Imagine you are in a forest in the middle of nowhere. There is no wifi, no cell phone service or any way to communicate with the outside world. Only fate can help you in a situation like that until now.
SpaceX has been launching StarLink satellites into orbits since 2019. It's Elon Musk's ambitious project to provide high-speed internet anywhere - even to the most remote location in the world. The goal is to connect the planet by delivering internet to places where its unreliable, expensive or just not available. But StarLink is also being created for another reason. There is a bigger purpose behind it.
Falcon 9 launches 60 Starlink satellites to orbit – targeting up to 6 Starlink launches this year and will accelerate our cadence next year to put ~720 satellites in orbit for continuous coverage of most populated areas on Earth pic.twitter.com/HF8bCI4JQD— SpaceX (@SpaceX) May 24, 2019
SpaceX is using its Falcon 9 rocket to launch about 60 StarLink satellites at once. The satellites are stacked on top of each other. The satellites are placed at a relatively low altitude in the space because low altitude means low latency. Latency is the delay between the source and the destination of a signal. Low latency of less than 20ms will give you the power to perform tasks like remotely control a machine in real-time, play competitive games more efficiently.
1,000 satellites will be enough for such operation. But SpaceX plans to send 12,000 satellites into the orbit. As of June 2020, they have a total of 540 satellites orbiting the planet. If you compare the number of StarLink satellites with other satellites, you will be astonished. Around 2,000 satellites are operating right now among the total of 5,000 satellites. What SpaceX is trying to achieve is unprecedented.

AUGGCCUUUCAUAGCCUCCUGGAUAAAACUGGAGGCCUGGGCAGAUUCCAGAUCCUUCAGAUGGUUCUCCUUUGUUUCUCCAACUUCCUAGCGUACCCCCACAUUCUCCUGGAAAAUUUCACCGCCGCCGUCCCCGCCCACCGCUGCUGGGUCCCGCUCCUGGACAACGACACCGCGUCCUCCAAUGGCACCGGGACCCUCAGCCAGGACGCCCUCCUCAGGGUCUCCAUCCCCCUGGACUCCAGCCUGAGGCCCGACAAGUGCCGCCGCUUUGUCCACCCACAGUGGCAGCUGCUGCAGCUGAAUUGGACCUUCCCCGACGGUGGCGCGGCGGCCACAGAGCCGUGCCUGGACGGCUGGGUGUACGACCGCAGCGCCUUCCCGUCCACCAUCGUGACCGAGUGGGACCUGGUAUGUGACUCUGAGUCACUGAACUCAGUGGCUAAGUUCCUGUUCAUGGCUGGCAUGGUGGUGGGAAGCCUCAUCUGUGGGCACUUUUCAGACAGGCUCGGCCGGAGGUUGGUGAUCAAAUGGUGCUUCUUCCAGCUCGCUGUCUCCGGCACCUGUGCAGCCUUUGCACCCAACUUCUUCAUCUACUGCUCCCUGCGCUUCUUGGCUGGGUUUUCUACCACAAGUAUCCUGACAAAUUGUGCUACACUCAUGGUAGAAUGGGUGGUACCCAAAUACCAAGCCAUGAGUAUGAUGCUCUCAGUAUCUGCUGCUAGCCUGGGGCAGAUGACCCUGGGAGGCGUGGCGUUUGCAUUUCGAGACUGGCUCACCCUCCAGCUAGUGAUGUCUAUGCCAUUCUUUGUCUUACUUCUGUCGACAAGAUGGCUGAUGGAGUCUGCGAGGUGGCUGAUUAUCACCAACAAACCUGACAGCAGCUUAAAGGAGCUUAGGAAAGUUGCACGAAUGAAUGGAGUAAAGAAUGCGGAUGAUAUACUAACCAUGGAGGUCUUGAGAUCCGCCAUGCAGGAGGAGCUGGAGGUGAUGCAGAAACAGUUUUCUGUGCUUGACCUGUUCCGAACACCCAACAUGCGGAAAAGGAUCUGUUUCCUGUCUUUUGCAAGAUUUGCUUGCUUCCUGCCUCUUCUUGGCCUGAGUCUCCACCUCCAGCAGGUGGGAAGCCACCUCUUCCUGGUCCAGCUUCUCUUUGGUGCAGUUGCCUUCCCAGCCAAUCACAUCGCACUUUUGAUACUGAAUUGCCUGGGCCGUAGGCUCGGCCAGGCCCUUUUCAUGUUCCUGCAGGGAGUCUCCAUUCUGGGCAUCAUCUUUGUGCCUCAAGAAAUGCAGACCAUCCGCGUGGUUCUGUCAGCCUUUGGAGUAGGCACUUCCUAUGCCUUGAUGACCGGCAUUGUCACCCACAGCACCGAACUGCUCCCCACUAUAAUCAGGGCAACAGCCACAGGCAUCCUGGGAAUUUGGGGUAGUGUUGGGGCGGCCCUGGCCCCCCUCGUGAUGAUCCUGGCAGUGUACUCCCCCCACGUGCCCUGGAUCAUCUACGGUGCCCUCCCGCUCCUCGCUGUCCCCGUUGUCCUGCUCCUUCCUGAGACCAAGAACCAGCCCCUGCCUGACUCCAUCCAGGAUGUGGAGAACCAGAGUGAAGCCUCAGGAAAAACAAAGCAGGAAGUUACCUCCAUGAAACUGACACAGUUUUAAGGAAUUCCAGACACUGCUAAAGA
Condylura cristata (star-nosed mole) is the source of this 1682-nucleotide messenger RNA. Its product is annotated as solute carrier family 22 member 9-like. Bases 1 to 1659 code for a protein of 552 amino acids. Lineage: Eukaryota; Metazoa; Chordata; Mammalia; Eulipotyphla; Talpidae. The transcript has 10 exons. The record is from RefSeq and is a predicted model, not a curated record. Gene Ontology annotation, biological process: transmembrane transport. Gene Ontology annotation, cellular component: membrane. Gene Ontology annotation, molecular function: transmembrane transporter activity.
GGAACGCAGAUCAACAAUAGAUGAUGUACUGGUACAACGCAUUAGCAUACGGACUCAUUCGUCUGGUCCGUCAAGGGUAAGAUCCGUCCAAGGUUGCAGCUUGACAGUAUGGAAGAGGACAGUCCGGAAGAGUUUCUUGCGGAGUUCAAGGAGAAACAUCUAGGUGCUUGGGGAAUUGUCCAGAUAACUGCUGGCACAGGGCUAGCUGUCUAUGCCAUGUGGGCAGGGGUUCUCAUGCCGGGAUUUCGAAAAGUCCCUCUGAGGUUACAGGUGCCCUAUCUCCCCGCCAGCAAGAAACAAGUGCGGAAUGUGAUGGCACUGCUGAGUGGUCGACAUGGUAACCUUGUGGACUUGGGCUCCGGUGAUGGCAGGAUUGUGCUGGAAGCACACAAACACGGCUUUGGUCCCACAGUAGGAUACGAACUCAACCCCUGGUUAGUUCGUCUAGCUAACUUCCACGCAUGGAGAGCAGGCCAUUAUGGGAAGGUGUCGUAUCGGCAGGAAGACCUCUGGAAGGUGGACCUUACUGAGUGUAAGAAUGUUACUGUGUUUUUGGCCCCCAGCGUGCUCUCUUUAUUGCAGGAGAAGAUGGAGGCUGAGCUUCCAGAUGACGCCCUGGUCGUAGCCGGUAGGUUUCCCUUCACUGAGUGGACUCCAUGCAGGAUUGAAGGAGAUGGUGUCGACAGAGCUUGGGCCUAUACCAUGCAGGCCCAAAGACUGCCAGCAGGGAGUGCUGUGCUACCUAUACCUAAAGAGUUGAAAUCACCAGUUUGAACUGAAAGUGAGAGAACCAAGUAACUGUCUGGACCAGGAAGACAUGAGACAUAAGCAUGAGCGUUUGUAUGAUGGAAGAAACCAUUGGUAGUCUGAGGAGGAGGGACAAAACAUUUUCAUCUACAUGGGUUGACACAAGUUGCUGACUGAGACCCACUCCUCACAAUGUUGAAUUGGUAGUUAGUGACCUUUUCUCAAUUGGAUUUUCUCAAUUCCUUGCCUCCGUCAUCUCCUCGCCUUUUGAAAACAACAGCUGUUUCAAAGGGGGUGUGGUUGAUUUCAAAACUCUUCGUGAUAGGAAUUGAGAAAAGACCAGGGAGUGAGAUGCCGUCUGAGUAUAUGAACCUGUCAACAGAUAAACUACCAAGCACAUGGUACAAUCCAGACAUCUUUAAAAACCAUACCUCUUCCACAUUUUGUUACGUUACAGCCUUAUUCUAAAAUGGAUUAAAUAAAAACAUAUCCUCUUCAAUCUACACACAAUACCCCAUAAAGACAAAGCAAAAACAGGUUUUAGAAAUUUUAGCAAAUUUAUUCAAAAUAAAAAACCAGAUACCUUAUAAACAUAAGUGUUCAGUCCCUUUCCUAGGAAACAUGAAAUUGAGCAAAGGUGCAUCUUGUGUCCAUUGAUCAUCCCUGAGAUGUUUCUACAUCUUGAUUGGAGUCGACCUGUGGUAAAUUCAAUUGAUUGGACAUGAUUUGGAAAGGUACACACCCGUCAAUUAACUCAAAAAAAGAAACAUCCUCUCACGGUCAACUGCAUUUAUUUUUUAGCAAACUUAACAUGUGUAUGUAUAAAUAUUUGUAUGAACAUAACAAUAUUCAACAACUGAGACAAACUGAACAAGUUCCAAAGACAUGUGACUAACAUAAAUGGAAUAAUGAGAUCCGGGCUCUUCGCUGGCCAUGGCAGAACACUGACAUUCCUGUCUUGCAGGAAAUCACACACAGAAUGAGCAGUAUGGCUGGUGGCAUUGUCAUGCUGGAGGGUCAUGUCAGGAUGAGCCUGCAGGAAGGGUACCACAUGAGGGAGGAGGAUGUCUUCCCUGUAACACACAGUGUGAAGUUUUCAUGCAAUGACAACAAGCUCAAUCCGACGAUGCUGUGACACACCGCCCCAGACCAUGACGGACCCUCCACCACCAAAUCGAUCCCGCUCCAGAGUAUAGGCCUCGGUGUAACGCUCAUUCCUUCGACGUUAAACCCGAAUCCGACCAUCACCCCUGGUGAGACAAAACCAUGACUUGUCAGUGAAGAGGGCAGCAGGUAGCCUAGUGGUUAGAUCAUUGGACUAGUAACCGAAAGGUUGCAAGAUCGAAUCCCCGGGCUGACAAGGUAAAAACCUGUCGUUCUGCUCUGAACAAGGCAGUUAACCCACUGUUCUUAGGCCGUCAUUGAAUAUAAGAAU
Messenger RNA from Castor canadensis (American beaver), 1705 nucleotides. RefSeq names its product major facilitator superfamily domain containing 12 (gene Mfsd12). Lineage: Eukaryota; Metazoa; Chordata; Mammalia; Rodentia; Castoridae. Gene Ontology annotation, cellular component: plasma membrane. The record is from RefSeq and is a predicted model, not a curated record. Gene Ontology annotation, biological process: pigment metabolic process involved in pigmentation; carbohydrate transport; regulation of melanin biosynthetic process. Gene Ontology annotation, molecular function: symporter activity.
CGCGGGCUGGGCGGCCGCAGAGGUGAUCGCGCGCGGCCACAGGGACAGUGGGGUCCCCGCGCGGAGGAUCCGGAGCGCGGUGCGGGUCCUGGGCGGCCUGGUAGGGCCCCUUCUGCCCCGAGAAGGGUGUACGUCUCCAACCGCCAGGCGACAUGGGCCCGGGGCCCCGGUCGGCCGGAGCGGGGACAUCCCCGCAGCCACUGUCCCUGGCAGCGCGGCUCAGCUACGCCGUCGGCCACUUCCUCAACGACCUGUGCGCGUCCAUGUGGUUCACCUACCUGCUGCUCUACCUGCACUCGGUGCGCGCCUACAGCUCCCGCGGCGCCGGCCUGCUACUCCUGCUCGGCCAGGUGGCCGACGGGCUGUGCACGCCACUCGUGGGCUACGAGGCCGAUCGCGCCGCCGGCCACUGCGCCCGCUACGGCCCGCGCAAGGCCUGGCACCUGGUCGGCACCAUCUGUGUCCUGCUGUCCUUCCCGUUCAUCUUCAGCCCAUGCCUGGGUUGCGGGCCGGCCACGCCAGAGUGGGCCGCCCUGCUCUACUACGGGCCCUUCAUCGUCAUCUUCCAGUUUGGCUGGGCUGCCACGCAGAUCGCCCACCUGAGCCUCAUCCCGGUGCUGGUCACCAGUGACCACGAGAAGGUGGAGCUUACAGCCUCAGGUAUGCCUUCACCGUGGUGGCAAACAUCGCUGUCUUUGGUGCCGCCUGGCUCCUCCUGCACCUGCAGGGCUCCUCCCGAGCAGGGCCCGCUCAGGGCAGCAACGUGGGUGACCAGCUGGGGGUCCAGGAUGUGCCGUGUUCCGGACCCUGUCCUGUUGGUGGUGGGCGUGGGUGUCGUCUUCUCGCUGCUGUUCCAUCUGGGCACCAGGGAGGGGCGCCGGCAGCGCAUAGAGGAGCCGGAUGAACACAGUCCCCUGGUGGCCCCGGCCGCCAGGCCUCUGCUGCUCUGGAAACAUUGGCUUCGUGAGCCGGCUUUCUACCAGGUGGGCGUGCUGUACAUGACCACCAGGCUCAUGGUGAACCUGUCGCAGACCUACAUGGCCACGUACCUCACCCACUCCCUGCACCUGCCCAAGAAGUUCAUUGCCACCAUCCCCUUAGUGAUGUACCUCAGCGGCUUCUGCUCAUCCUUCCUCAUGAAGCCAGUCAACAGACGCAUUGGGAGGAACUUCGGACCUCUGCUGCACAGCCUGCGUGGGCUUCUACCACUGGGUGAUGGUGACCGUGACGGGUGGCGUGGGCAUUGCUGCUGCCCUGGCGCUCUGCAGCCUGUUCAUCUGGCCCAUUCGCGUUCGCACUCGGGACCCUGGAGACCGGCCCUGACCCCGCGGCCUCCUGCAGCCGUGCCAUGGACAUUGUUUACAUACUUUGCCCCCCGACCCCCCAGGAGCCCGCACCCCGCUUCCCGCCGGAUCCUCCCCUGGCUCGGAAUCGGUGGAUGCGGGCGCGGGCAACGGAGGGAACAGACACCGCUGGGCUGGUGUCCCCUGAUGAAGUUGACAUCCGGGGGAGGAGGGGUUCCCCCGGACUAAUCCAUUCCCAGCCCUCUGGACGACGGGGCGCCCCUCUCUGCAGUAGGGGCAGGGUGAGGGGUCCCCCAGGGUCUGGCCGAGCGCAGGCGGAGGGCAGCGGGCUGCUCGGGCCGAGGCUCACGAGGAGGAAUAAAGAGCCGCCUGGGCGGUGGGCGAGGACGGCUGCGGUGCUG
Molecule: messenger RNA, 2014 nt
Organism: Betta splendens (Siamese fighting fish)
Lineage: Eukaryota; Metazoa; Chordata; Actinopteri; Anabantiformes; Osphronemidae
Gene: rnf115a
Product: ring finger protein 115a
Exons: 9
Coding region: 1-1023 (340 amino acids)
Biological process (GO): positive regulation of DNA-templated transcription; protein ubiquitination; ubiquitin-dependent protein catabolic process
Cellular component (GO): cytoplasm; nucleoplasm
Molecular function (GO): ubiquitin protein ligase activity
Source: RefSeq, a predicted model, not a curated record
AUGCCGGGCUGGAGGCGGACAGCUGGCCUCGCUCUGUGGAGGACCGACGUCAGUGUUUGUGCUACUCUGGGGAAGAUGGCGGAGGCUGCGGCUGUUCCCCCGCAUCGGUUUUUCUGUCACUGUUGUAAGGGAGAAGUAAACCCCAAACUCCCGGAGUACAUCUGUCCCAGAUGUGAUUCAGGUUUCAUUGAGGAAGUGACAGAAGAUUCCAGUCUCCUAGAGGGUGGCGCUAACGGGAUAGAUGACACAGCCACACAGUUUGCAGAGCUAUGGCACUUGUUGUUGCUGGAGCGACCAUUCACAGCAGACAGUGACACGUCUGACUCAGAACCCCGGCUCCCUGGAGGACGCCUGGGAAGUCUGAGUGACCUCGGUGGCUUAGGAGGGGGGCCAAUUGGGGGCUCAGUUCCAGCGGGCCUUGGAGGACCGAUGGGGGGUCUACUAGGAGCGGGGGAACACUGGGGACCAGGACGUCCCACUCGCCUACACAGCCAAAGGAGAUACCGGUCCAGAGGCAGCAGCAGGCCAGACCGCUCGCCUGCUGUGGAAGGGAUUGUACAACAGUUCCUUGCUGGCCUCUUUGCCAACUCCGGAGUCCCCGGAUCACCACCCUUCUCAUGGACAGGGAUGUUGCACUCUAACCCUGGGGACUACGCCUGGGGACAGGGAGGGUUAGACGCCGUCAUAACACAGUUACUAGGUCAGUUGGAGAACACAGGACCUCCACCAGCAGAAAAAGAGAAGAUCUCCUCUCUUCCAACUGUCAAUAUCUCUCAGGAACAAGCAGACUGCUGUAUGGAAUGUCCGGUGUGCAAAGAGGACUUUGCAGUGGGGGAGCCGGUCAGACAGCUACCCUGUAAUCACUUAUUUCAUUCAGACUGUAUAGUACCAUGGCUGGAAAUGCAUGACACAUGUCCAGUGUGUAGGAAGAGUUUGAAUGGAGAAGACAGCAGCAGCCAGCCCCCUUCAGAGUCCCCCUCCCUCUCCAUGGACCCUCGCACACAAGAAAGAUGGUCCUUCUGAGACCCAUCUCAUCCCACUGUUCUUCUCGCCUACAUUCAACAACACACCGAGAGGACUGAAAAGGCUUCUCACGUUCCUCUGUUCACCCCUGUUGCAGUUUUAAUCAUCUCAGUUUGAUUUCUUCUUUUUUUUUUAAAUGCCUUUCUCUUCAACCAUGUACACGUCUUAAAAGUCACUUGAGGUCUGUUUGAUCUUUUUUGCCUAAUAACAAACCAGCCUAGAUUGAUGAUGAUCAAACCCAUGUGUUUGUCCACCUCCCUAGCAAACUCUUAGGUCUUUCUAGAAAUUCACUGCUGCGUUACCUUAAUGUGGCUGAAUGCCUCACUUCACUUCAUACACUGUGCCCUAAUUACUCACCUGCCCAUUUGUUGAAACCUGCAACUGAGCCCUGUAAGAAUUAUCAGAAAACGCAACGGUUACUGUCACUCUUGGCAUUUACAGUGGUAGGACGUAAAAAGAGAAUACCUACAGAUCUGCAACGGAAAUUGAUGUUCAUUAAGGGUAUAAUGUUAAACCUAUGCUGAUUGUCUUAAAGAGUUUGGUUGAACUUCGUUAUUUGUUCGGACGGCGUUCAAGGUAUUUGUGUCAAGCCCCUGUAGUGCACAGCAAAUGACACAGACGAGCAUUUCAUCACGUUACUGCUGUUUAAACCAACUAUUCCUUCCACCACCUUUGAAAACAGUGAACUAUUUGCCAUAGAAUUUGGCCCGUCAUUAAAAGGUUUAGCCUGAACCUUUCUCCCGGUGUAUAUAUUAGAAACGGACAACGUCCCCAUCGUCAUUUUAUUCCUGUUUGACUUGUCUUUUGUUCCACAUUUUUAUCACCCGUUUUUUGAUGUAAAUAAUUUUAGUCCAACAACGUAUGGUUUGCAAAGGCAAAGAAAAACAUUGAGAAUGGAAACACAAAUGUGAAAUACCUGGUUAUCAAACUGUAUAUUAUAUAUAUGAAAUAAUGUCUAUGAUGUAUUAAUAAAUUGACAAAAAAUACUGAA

Why does SpaceX require so many satellites? SpaceX satellites are orbiting at a very low altitude. For this they can not be stationary - they have to move faster to maintain their orbit, covering a much smaller area.
But there is an issue with this amount of satellites. Experts are speculating a significant increase in light pollution. As those satellites are very low in orbit, one can easily see them in night sky even without any telescope. SpaceX already tried to address this issue. The included sunshades in their latest batch of satellites to reduce reflection.
But what will happen to countries with restrictions on the internet? Since a country simply can not stop SpaceX satellites to hover over them, SpaceX will have a feature to block StarLink signals on specific regions. A country like China can simply jam the signal from the satellites or take it one step further as Elon said,
If they get upset with us, they can blow our satellites up which wouldn't be good... China can do that. So probably we shouldn't broadcast there.
StarLink hope to begin service with North America first starting with Northern US and Canada in 2020 and then expanding to nearly everywhere in the world by 2021.
If you are living in a large city, StarLinkis not necessarily replace your internet provider. StarLink is not intended to be used in the high-density area because it doesn't have sufficient bandwidth. The focus is on reaching places where we don't have coverage. The company did not reveal any pricing of their internet service but SpaceX estimates StarLink will eventually bring in $30 billion a year.
StarLink will help the development of Elon Musk's dream of creating Mars a habitable planet. SpaceX also has a plan to develop the same satellite network system on the red planet. So StarLink is not just a stand-alone project, it's a piece of a puzzle leading to a larger goal - starting human civilization on another planet.